This first-rate but slow-paced picture draws its riveting tale and power from the interaction of finely drawn roles as well as drama and emotion . Twisted film Noir about murders , troubled relationships , treason , dark secrets ; being based on the novel by David Goodis also titled "Dark Passage¨ and screen-written by the same director ; though stars can quite compensate for some far-fetched moments . It has a good realization , an original script , haunting atmosphere , intriguing events ; for that reason madness and murder prevail . Exciting as well as rare film , possessing a mysterious and fascinating blend of gripping thriller , serenity , baroque suspense in which especially stands out the portentous performances , evocative cinematography in black and white by Sid Hickox and magnificent musical score by Franz Waxman . This is pure cinema from the first to the last shot, where there's nothing left and each image has its sense and meaning . Perhaps the most unusual adaptation on Noir Film , this results to be a tough and tortuous thriller . Additionaly , the subjective camera record Humphrey's impressions while he listens to people talk . A neat cinematic trick that was utilized to equally nice effect a year later in ¨Lady in the lake¨ with Robert Montgomery . Here Bogart is extraordinary and as cool as ever , his scenes with Lauren Bacall are awesome though underplayed compared to those they shared in The Big sleep and To have and to have not . Supporting cast is frankly well , such as Agnes Morehead who overacts shrilly , Bruce Bennett and Clifton Young .

The motion picture produced in enough budget by Jack L. Warner and Jerry Wald was well directed by Delmer Daves . Daves employs the highly original and brilliantly successful device of telling the tale entirely in the first person through the eyes of the principal role who is rarely seen except in bandages . Nice work by Delmer Daves in demonstrating his skill at all areas : as technical , using all kind of resources for illustrating the interesting as well as dramatic story with an engaging screenplay , adding great actors , attractive filmmaking and enjoyable narration . Daves was a Western expert , including his characteristic use of landscape , for the reason he lived a long time of his boyhood with the Navajo and Hopi Indian tribes as he realized the notorious trail-blazing ¨Broken arrow¨ the first movie for many years not treat the Indians as cannon-fodder for the cavalry , which made the picture unpopular in some quarters . He went on directing the suspenseful ¨3:10 to Yuma¨, other pro-Indian as ¨The last wagon¨ and about Modoc Indians as ¨Drum beat¨ , the Shakespearian style of ¨Jubal¨ , ¨Return of the Texan¨ and ¨Cowboy¨ which a fairly spectacle about a long cattle drive . From 1959 Delmer Daves becomes embroiled for the remainder of his career with teenage love epics and very popular films but so-so direction at the Box-office successes as ¨A summer place¨, ¨Parrish¨, ¨Susan Slade¨, and ¨Rome adventure¨, among others . And of course , he realized Noir films such as ¨The red House¨ and this ¨Dark passage¨ that is absolutely recommended . Rating : Above average , it is a nice tale with enough twists and turns to keep you guessing .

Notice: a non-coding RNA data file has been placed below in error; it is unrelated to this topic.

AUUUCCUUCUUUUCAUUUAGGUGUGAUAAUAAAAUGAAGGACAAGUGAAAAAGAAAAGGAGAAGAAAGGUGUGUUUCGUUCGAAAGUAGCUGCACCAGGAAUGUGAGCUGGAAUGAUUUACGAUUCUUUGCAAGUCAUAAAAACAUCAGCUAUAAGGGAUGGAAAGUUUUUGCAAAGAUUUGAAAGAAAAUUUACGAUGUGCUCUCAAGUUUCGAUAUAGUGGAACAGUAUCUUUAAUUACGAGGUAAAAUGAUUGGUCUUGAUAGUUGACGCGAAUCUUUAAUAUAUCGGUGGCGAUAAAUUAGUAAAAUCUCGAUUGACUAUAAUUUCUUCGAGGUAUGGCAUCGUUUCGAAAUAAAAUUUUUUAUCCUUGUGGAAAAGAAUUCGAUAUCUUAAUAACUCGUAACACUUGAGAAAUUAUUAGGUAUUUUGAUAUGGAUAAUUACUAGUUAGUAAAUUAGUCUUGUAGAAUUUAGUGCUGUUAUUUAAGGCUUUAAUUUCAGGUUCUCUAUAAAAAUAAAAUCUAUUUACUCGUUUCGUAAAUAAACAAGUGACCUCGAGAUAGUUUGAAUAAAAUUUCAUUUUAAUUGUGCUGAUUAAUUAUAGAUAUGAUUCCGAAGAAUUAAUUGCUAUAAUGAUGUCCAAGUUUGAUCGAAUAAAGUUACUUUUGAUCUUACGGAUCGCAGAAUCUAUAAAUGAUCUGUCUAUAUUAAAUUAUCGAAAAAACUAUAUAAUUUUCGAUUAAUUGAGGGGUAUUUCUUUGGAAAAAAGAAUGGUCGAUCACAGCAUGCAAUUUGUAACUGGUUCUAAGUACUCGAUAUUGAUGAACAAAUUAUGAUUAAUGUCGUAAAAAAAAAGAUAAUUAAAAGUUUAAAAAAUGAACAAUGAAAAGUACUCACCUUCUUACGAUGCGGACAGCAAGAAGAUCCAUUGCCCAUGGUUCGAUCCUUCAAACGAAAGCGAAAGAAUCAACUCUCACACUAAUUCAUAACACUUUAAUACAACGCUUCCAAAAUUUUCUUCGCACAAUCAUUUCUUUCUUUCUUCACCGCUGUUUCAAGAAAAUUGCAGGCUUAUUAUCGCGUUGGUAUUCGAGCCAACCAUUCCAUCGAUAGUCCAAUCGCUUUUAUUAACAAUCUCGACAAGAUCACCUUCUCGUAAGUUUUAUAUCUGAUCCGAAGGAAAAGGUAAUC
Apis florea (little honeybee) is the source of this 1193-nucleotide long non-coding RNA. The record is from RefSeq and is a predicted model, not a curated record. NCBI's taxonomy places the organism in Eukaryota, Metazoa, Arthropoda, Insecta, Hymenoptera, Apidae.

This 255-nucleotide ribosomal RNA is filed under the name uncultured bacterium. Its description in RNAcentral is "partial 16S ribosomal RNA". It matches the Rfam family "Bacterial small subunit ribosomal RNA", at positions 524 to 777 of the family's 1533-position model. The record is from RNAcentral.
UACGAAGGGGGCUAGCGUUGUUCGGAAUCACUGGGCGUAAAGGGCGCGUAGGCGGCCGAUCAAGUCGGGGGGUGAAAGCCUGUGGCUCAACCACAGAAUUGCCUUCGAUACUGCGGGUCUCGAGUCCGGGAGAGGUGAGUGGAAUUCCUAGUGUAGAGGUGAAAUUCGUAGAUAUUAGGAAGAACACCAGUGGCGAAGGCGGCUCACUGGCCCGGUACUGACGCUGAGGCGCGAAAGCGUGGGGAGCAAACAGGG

Not Quite Noir By Numbers

"Dark Passage" is a 1947 Warner Brothers film starring Humphrey Bogart and Lauren Bacall. That sentence telegraphs a few things about the film: it's a film noir with murders, betrayals and a femme fatale. A little formula isn't fatal for a film noir, since the genre is dependent on how human the archetypes can become -- is the existential hero believable? Is the femme fatale just tragic and mysterious enough to be alluring? Is the hero's faithful but ill-fated friend more than a plot device? As noir goes, "Dark Passage" is a bit too generic, but as filmmaking goes, it's a clever experiment that works more often than it fails. As a bonus, Agnes Moorehead turns in one of the most unexpected performances in cinematic history, and that alone makes "Dark Passage" worth viewing.

As a man falsely convicted of killing his wife, Bogart plays a standard noir hero with a troubled past and no future. To compensate for his commonness, director Delver Daves shoots most of the first part of the film from Bogart's perspective, which, as a choice, turns out to be more of a gimmick than a thematic choice but the early scene of being in an oil drum rolling down hill is pretty cool anyway. The movie is, naturally, concerned with finding out who murdered Bogart's wife, and the plot is a little muddled and weighted down with too many expository scenes. (Howard Hawks had just directed Bogie & Bacall in "The Big Sleep" and demonstrated that the more complicated the plot, the less important the exposition. I guess Daves didn't pay attention.) Bacall shows up as Bogart's helpmate, there are creepy supporting characters speaking strange monologues (another noir trademark), and enough weak but interesting men to keep the plot moving forward. But aside from the camera work, the most remarkable thing about "Dark Passage" is the casting of Agnes Moorehead as the de riguer evil woman. Sure, we can all know that Ag can play a domineering rhymes-with-witch, but who thought she could play a sexually voracious one? Her character of Madge is never fully explained, but seems to be an annoying rich woman whom everyone must tolerate because of her social position. To be bearable, Madge must be attractive in some way, and since the stately Ms. Moorehead exudes all the smoldering sensuality of a Mother Superior, she has to act sexy, which she's just talented enough to do. You've seen in "Citizen Kane," "The Twilight Zone" and "Bewitched," but you've never seen her like this. Check her out.